Academic journal article Advances in Mental Health

Relational Recovery: Beyond Individualism in the Recovery Approach

Academic journal article Advances in Mental Health

Relational Recovery: Beyond Individualism in the Recovery Approach

Article excerpt

Introduction

Recovery is said to be 'personal'; it is 'deeply individual'. Why would anyone object to that? Because we are not isolated individuals, to put it bluntly. (Rose, 2014, p. 217)

In recent years, the recovery approach has increasingly influenced mental health policy and practice throughout the English-speaking world (Slade et al., 2014). As Hunt and Resnick (2015) observed, recovery is 'the rallying cry of 21st century mental health care reform' (p. 1235). With its genesis in the liberatory psychiatric survivor movement of the 1960s and 1970s, recovery has since 'gone mainstream', and is enthusiastically embraced by mental health professionals, academics and policymakers alike (Braslow, 2013; Rose, 2014). Like the biopsychosocial approach in psychiatry, which provided the grounds for the adoption of holistic and integrated approaches in mainstream mental health services (Falloon & Fadden, 1993), the recovery movement offered a powerful language with which to critique and move beyond the narrowness of the biomedical approach to mental health. While the biomedical approach emphasises clinical recovery, as indicated by the remission of mental health symptoms, the recovery approach centres on personal recovery, which aims not necessarily at symptom-free normality, but rather 'living a satisfying, hopeful, and contributing life, even when there are on-going limitations caused by mental health problems' (Mental Health Commission of Canada, 2012, p. 12). In this way, as Duff (2016) noted recovery 'connotes neither the full restoration of health nor the symptomologies of chronicity, introducing the need for new ways of conceiving of health in illness' (p. 2, emphasis added). Recovery is seen as an ongoing journey rather than a final destination, with consumers1 described as 'being in' recovery rather than 'recovering from' mental ill-health (Davidson, O'Connel, Tondora, Styron, & Kangas, 2006).

The recovery approach is an important alternative to coercive, deficit-based mental health practices, and as such currently enjoys enormous support. Yet recovery is not without its critics. Some commentators have noted its conceptual fuzziness, highlighting the bewildering array of ways in which the notion of recovery is put to work, 'variously used to mean an approach, a model, a philosophy, a paradigm, a movement, a vision and, sceptically, a myth' (Roberts & Wolfson, 2004, p. 38). Others have argued that the radical intent of the original concept has been subverted by governments and mental health professionals, who have deemphasised notions of social justice and promoted a 'normalising' view of recovery that ultimately aligns with biomedical discourse (Harper & Speed, 2013; Hunt & Resnick, 2015; Rose, 2014). Perhaps the most persistent criticisms, however, have focused on the individualistic worldview underpinning most conceptualisations of recovery. As Adeponle, Whitley, and Kirmayer (2012) observed, the 'consumeroriented recovery approach builds on Anglo-American individualism and on an egocentric concept of the person as a self-sufficient, self-determining, independent entity' (p. 116).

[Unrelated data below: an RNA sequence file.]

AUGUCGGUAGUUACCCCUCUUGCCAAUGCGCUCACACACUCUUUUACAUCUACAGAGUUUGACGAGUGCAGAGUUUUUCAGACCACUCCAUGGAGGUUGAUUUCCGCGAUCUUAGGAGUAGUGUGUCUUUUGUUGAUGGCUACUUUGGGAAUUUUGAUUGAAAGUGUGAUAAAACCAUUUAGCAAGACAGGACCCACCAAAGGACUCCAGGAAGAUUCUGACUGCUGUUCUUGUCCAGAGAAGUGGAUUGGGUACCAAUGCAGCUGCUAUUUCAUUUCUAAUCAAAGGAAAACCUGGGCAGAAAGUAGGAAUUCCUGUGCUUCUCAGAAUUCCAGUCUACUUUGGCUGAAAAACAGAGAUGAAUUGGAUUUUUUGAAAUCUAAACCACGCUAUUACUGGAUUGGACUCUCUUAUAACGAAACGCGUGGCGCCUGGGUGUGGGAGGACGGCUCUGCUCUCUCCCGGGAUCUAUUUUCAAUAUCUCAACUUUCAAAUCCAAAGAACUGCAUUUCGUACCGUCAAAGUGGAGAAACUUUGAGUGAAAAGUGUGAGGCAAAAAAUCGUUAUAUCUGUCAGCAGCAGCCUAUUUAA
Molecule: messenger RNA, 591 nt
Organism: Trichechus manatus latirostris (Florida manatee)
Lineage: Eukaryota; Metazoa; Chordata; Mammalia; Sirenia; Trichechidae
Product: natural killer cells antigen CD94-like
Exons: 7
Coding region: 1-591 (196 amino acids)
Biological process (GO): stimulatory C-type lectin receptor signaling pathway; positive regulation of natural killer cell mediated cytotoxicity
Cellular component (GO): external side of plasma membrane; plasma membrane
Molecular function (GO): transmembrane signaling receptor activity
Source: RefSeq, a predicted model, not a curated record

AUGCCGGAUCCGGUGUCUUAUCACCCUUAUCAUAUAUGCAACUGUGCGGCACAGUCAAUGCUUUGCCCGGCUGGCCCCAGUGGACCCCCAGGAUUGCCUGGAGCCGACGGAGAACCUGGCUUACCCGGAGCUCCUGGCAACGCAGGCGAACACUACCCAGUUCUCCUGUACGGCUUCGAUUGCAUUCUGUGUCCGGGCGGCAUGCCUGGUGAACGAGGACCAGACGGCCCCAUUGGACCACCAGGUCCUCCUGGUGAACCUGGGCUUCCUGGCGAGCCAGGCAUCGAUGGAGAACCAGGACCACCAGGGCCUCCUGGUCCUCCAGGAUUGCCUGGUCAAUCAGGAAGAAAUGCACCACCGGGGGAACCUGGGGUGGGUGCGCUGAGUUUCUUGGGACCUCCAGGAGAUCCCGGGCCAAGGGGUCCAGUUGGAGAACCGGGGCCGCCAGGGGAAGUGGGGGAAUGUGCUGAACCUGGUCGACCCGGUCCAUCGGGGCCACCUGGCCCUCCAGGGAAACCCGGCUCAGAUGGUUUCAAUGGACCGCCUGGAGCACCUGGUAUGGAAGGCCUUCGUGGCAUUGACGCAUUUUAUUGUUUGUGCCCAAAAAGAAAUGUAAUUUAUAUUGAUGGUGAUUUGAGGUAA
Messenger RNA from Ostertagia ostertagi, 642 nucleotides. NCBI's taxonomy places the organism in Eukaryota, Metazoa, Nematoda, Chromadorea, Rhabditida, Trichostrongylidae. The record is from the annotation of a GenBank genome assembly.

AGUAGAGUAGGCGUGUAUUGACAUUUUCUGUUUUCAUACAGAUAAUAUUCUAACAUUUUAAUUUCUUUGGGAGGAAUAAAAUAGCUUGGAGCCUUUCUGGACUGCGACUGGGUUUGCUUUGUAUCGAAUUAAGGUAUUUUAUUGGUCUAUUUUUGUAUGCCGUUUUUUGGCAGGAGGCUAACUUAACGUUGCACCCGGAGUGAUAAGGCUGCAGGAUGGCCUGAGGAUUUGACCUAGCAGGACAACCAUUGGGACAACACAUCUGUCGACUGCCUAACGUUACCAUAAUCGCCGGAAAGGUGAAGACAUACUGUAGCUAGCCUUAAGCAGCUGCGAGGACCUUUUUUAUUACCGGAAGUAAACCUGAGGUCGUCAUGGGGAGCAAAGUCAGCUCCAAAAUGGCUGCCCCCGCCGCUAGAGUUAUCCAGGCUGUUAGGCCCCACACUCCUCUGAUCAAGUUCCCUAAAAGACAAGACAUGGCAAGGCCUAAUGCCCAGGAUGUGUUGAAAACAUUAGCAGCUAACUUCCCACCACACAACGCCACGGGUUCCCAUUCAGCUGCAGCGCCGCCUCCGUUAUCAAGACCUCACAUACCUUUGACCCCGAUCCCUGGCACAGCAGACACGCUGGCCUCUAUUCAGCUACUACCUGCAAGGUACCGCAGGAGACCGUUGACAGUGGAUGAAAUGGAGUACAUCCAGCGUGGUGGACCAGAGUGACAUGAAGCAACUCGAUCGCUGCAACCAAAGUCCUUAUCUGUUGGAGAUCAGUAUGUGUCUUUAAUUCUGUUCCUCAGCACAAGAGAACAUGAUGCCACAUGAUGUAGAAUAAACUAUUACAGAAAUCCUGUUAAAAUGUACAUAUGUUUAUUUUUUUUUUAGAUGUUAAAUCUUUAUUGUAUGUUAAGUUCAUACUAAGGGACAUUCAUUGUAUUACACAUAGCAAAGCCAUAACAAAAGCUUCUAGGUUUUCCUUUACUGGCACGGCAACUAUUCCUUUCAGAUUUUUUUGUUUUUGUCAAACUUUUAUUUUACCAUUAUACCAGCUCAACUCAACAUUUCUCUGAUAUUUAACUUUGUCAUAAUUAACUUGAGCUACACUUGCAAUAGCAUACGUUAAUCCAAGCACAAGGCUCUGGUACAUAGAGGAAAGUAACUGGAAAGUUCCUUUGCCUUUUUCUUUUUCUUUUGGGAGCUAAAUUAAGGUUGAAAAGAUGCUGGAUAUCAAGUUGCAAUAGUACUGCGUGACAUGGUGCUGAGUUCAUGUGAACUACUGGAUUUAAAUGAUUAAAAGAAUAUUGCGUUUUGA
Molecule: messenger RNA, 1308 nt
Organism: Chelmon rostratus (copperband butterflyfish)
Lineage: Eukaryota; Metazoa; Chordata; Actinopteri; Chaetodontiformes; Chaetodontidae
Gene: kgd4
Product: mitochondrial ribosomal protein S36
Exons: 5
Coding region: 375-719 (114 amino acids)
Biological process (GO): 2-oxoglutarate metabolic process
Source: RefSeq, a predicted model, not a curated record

In this article, we outline and expand upon the existing critiques of the individualistic nature of the recovery approach. We argue that while interpersonal relationships are currently recognised as a component of the recovery process, they can more accurately be seen as suffusing all aspects of recovery, including experiences like hope, identity and empowerment, which are often seen as purely intra-psychic processes or achievements. Drawing together recent bodies of research that view recovery as an inherently social process, we explore the notion of relational recovery, which is a way of conceiving recovery based on the idea that human beings are interdependent creatures; that people's lives and experiences cannot be separated from the social contexts in which they are embedded. This paper is largely focused on the theories underpinning different conceptualisations of recovery, and is not intended as a guide to practice. …

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